Publisher: Library of Congress Prints & Photographs Division
General Joseph Hooker on Horseback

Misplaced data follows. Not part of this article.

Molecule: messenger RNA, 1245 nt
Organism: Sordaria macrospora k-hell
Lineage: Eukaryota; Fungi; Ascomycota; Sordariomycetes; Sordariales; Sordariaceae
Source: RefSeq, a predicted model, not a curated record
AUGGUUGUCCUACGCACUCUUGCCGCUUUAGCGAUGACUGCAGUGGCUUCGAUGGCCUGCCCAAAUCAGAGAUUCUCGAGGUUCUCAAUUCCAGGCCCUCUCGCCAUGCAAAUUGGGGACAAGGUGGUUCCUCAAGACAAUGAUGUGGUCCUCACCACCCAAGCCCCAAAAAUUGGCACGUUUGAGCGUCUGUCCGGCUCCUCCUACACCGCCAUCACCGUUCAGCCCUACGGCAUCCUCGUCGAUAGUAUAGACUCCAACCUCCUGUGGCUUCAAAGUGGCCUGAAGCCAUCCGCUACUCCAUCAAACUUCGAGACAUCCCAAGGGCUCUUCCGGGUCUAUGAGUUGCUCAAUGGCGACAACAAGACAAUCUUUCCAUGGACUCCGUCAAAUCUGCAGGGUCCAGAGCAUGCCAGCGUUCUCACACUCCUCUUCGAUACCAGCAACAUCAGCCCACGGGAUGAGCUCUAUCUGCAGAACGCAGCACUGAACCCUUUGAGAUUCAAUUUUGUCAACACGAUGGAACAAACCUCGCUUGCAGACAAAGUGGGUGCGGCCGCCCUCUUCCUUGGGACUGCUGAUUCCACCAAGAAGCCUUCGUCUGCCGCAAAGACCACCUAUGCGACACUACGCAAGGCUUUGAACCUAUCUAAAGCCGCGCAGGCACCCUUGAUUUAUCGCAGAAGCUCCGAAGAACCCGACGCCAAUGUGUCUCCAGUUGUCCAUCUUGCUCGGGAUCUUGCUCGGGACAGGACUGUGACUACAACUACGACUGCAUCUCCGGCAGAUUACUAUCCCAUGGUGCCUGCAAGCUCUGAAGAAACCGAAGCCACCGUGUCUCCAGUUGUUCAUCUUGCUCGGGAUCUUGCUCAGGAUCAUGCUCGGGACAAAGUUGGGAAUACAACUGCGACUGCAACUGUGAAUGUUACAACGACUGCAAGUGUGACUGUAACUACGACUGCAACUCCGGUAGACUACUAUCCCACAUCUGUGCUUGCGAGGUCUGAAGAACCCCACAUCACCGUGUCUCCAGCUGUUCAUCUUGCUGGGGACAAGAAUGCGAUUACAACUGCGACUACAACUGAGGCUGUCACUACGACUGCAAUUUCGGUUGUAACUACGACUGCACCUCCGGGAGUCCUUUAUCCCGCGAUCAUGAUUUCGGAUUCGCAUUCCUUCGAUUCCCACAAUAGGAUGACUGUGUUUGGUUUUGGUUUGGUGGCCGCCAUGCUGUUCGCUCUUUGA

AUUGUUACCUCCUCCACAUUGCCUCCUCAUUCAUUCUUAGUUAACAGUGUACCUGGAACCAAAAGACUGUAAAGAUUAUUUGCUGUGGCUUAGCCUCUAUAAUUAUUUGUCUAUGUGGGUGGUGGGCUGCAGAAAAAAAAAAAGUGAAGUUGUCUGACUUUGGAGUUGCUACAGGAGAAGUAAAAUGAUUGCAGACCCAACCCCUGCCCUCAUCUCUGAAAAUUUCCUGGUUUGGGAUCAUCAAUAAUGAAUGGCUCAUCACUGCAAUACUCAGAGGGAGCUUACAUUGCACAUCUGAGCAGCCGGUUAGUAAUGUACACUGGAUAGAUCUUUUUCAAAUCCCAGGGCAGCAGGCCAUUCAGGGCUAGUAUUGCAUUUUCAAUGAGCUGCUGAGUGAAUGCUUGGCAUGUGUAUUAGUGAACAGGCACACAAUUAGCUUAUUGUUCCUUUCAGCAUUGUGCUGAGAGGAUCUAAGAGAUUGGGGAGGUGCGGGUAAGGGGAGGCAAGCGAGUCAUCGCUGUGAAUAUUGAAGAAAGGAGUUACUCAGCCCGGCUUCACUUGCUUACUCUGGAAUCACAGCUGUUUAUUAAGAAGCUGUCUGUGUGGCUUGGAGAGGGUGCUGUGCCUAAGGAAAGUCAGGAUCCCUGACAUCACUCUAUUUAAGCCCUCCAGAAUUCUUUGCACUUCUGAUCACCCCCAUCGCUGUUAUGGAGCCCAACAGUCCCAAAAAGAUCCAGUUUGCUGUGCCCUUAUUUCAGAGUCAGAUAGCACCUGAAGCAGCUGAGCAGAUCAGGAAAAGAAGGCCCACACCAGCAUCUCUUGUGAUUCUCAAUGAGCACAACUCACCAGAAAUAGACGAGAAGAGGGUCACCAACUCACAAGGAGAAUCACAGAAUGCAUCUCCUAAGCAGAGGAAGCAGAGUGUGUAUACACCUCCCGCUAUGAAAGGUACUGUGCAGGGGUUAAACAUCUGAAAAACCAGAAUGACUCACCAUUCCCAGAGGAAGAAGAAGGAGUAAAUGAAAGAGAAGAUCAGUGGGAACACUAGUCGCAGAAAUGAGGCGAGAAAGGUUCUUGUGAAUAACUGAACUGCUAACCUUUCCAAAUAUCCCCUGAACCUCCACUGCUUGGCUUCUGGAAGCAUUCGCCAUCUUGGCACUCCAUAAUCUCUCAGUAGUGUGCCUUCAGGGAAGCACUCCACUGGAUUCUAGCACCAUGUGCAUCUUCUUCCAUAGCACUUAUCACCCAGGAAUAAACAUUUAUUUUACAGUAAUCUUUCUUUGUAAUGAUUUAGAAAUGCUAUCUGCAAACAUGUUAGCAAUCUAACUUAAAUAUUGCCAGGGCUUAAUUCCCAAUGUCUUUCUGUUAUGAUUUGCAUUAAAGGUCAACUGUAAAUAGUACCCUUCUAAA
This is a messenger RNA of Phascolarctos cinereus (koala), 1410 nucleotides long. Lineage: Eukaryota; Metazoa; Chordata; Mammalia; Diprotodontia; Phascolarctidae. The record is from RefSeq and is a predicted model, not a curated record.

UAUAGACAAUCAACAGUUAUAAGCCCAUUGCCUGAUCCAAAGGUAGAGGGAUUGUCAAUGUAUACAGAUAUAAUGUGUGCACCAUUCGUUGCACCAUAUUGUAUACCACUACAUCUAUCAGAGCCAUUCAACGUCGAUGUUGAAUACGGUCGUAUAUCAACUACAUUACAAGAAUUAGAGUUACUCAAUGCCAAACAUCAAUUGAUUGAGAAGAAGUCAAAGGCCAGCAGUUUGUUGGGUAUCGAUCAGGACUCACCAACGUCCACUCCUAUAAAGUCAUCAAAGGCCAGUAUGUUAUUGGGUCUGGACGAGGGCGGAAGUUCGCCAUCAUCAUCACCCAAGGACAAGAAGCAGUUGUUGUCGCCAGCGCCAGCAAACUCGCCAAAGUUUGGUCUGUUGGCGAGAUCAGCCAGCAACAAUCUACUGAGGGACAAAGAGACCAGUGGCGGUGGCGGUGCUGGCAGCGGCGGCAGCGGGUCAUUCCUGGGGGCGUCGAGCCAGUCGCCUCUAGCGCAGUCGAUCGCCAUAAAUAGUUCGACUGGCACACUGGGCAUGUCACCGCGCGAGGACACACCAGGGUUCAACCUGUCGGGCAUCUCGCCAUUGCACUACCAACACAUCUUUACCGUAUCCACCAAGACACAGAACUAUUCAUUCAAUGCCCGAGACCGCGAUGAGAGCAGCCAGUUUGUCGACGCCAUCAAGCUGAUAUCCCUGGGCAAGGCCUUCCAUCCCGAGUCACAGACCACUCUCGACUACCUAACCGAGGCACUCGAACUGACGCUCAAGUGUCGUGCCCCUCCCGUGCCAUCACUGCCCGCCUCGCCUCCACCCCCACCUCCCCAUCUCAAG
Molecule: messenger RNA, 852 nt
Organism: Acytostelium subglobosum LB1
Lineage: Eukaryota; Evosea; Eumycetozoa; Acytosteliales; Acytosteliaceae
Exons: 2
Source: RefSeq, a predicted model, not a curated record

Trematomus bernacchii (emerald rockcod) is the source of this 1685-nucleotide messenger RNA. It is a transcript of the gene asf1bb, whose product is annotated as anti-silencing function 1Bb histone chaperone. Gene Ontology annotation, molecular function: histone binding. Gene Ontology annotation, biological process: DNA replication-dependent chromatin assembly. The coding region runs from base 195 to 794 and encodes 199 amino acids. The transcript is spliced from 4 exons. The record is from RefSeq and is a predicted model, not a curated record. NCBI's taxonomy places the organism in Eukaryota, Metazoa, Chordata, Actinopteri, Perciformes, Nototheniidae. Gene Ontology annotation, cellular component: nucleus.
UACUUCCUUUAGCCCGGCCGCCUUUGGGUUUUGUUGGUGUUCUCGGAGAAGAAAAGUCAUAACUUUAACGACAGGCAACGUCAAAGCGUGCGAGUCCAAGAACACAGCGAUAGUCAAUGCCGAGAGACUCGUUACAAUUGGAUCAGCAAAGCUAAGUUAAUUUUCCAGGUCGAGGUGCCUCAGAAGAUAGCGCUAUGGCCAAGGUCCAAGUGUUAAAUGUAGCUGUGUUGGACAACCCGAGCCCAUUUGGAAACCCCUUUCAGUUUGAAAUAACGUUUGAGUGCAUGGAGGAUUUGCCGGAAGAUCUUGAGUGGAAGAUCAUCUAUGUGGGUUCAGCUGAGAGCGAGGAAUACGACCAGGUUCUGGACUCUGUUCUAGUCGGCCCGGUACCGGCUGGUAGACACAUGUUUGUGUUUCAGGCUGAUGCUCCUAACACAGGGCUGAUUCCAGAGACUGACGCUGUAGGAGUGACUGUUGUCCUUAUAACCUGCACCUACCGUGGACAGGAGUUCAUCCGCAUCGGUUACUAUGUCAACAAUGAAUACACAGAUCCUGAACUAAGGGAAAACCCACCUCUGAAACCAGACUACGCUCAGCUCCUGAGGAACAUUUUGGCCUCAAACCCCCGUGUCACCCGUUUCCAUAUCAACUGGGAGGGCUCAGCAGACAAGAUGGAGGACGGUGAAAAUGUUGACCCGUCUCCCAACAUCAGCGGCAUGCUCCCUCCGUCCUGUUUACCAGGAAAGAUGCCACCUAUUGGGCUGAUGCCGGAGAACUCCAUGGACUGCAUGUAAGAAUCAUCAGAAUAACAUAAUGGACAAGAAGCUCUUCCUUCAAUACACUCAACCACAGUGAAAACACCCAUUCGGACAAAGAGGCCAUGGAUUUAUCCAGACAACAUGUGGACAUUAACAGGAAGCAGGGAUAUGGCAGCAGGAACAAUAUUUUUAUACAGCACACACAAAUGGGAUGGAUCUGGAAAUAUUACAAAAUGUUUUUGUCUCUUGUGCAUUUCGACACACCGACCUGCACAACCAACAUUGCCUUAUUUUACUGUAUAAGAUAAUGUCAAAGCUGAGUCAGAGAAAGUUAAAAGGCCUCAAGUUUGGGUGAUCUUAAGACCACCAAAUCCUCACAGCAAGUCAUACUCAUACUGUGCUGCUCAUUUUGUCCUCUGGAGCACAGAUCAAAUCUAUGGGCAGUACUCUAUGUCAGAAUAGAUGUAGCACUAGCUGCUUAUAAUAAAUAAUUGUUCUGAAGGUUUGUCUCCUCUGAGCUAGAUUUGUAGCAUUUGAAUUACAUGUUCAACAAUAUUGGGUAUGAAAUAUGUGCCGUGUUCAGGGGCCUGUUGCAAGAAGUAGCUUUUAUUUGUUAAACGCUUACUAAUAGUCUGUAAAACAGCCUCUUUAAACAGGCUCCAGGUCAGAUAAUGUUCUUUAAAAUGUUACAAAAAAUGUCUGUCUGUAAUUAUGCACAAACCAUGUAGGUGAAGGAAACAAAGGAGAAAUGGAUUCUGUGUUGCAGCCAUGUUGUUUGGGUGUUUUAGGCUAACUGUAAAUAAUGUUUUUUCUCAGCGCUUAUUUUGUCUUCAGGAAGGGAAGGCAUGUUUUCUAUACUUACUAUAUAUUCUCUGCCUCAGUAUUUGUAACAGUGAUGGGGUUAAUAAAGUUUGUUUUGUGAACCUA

At the outbreak of the American Civil War (1861–1865), Joseph Hooker was a bachelor with a reputation for drinking, gambling, womanizing, and hotheadedness. He got along with neither the U.S. army's general-in-chief, Winfield Scott, nor his successor, Henry W. Halleck. For a commission, he was forced to approach U.S. president Abraham Lincoln directly. After the First Battle of Manassas (1861), in which Union forces were routed, he told Lincoln that he was "a damned sight better general than any you had on that field." Hooker was soon appointed brigadier general and assigned to the defenses of Washington, D.C.